This summer we went back home and my son met a member of the family he hadn’t known before. My sister-in-law came around for a coffee and brought her dog Baxter. I warned my son that he should prepare for something a little bit bigger. Baxter is a very cute young dog that loves to play. But with the size of an outgrown German shepherd that is running towards you things can be a bit scary even for his dad. And so it came that Baxter first nearly ran him over just to then continue on his voyage to discover every floor of the house and the garden. Vincent stayed without harm but he understood the warning of his dad.
I had a dog when I was a child and so I felt that my own child would also benefit from knowing how to treat a pet. But I also realized that at the same time pets are not entering the door to shake hands and introduce themselves. Sometimes they are so excited that they nearly run you over.
Here are a few tips by dog expert Amy Bender on how to introduce your child to your pet and vice versa.
Dogs and Babies
The day has finally arrived, and you head off to the hospital for the birth of your baby. Hopefully, you’ve spent the last few months preparing the dog for the baby’s arrival. Even if you haven’t thought of it before now, there are several things you can do to make the introduction between your dog and newborn go smoothly.
Bring Home Baby’s Blanket
After your baby is born, but before bringing him home from the hospital, bring home a blanket or article of clothing the baby has been wrapped in. Allow your dog to sniff and explore the blanket at his own pace. By the time you bring your newborn home, your dog should be somewhat familiar with his scent.
Bring Baby in While the Dog is Outside
Chances are your dog is going to be overly excited when you walk through the door with the new baby. Aside from the new bundle of unfamiliar smells and sounds is the fact that he probably hasn’t seen “mom” for at least a day or so. He’s bound to be excited when you walk through the door. Try having someone get to your home before you get there. Have them take the dog out for a long walk or playtime so he can burn off some excess energy. Wait until you and baby are settled comfortably before you bring your dog in to welcome the new arrival.
Allow the Dog to Say Hello to Mom First
Before bringing the dog into the same room as the baby, allow him to have some time to say hello to the new mother first. If the new mom walks in holding the baby, an excited dog may jump up to say hello. The first reaction may be to scold the dog for fear of him harming the newborn. This can start the introductions off on the wrong foot. Instead, allow your dog to greet you before bringing the baby into the mix.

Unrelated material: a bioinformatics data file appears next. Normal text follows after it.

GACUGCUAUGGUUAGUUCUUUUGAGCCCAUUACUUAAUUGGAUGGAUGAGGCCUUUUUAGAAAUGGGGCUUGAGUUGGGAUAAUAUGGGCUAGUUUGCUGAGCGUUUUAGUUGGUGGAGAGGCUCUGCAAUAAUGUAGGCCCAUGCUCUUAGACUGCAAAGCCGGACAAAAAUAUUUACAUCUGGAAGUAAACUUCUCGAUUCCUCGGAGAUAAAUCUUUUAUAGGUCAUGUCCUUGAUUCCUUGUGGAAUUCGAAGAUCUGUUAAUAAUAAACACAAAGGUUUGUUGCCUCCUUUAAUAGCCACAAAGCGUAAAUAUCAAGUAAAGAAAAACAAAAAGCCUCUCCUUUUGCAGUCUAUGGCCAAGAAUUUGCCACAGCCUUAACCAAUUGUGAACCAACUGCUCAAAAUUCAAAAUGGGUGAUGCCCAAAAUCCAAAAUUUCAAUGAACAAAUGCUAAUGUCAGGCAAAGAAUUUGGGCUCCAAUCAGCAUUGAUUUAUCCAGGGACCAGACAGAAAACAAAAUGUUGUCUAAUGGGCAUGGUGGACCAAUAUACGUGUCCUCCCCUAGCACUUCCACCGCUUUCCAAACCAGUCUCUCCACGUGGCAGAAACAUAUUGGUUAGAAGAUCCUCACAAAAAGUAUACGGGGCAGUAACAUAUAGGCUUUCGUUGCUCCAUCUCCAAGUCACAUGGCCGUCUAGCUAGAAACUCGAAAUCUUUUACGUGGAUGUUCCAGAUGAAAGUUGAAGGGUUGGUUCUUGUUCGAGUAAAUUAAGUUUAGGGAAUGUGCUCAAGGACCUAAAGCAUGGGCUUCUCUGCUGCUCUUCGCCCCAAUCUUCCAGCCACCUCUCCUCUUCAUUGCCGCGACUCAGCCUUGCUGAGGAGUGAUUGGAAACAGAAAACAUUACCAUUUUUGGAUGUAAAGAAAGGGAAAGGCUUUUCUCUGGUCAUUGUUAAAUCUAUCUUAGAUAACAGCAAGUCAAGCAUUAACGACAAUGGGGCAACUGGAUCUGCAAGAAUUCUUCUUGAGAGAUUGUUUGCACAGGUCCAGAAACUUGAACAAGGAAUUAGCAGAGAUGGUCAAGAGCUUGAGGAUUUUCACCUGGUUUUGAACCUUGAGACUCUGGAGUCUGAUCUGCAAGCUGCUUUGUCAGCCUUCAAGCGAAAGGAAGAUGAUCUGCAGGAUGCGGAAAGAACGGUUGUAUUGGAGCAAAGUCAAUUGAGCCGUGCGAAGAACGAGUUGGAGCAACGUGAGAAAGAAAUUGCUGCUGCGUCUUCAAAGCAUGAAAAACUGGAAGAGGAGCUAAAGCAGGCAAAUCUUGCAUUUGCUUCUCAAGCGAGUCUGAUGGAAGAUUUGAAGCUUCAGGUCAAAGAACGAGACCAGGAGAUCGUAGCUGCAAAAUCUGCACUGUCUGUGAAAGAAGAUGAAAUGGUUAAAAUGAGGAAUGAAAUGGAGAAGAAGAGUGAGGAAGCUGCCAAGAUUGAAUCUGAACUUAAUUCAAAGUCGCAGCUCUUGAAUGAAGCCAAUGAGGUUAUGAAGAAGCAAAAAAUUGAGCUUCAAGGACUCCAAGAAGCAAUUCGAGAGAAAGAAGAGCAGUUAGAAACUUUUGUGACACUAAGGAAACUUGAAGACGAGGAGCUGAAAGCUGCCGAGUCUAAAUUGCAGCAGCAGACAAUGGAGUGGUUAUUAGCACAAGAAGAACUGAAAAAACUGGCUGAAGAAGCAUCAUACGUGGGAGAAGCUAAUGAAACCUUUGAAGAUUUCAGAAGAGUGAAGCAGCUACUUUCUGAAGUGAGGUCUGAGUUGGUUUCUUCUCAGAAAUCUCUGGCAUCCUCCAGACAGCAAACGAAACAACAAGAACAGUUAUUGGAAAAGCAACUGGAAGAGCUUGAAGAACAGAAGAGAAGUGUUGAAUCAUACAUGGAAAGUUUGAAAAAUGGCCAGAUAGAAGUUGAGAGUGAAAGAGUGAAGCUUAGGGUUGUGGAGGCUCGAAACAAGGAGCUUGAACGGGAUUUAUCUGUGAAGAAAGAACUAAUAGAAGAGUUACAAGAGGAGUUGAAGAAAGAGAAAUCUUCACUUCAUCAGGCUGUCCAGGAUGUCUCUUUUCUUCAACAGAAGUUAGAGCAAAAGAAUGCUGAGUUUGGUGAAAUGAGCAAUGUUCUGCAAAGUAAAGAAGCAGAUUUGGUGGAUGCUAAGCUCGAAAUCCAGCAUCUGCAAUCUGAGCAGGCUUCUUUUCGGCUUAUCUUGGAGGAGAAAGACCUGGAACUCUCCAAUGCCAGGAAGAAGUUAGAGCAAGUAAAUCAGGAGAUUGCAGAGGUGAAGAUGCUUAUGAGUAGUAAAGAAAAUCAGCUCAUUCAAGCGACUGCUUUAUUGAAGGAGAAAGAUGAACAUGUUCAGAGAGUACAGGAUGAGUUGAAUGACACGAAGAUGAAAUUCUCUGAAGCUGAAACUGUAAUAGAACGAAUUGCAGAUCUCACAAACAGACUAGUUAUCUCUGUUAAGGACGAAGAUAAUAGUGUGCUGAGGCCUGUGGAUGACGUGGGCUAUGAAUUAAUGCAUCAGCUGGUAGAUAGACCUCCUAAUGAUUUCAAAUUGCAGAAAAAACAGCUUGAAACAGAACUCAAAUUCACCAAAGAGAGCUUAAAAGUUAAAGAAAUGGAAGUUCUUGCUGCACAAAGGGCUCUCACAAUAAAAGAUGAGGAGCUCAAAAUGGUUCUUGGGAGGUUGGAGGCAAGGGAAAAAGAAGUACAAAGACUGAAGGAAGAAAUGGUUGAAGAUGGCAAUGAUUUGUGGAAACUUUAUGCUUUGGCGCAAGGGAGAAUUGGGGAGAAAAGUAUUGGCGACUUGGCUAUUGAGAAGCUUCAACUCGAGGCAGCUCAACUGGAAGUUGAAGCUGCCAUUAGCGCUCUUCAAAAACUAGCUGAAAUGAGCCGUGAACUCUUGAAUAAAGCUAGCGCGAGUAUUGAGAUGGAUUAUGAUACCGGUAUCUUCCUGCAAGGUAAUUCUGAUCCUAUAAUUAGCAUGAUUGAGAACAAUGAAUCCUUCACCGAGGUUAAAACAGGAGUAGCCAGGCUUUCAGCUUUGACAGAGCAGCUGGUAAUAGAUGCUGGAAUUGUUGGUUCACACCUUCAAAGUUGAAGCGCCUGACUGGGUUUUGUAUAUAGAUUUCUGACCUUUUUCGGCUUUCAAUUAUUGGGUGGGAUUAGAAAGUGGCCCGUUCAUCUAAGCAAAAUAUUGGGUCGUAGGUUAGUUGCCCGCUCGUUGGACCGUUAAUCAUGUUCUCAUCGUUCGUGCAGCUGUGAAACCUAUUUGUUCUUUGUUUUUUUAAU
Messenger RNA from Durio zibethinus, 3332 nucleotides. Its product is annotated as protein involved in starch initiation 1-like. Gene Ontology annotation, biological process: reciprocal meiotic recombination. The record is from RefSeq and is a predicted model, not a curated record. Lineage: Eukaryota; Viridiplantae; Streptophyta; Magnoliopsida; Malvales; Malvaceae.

Keep Control of the Dog
For the initial meeting between the dog and baby, one person should hold the baby while the other has control of the dog. Keep the dog on leash while you bring him over to say hello. Don’t force the dog to approach the baby, but be sure to give him lots of praise and encouragement for approaching calmly.
Tell Your Dog What You Want
Instead of waiting to see if your dog is going to try to jump up or greet the baby too exuberantly or with aggression, let him know how you expect him to behave. As your dog approaches the new baby, give him a command, such as “down” or “sit.” Reward him with praise or treats for doing as he’s told. Often, all your dog needs is some direction from you to learn how to be well-behaved around an infant.
Don’t Punish or Scold
If your dog reacts too exuberantly when he’s first introduced to the new baby, try to resist the temptation to scold him or to give him a leash correction. You don’t want your dog to associate the baby with anything negative. Instead, use some treats to lure him away from the baby, give him some attention and some time to calm down, and then bring him back to try again.
Reward Good Behavior
You may want to keep some treats on hand for the first few days or so after bringing baby home. Try to remember to give your dog some treats and praise any time he is remaining calm and well-behaved when the baby is nearby. This will teach your dog that having the baby around means good things happen for him.
Maintain Your Dog’s Schedule
One of the reasons many dogs behave badly when a new baby is brought home is because they get stressed at all the changes taking place in the house. You can go a long way in reducing your dog’s stress simply by sticking to his regular schedule. Try to make sure he gets fed and walked at the same times he always did before the baby came home. It can be tough when you’re trying to juggle your dog’s schedule with that of a newborn, but it will be well worth the effort when your dog and baby develop a positive relationship.
Never Leave Dog and Baby Unsupervised
This point cannot be stated strongly enough. Don’t put your baby and your dog in a bad position by leaving them alone together. Accidents can happen even with the most well-behaved dogs. Prevent mishaps by never leaving your baby unattended in a room with the dog.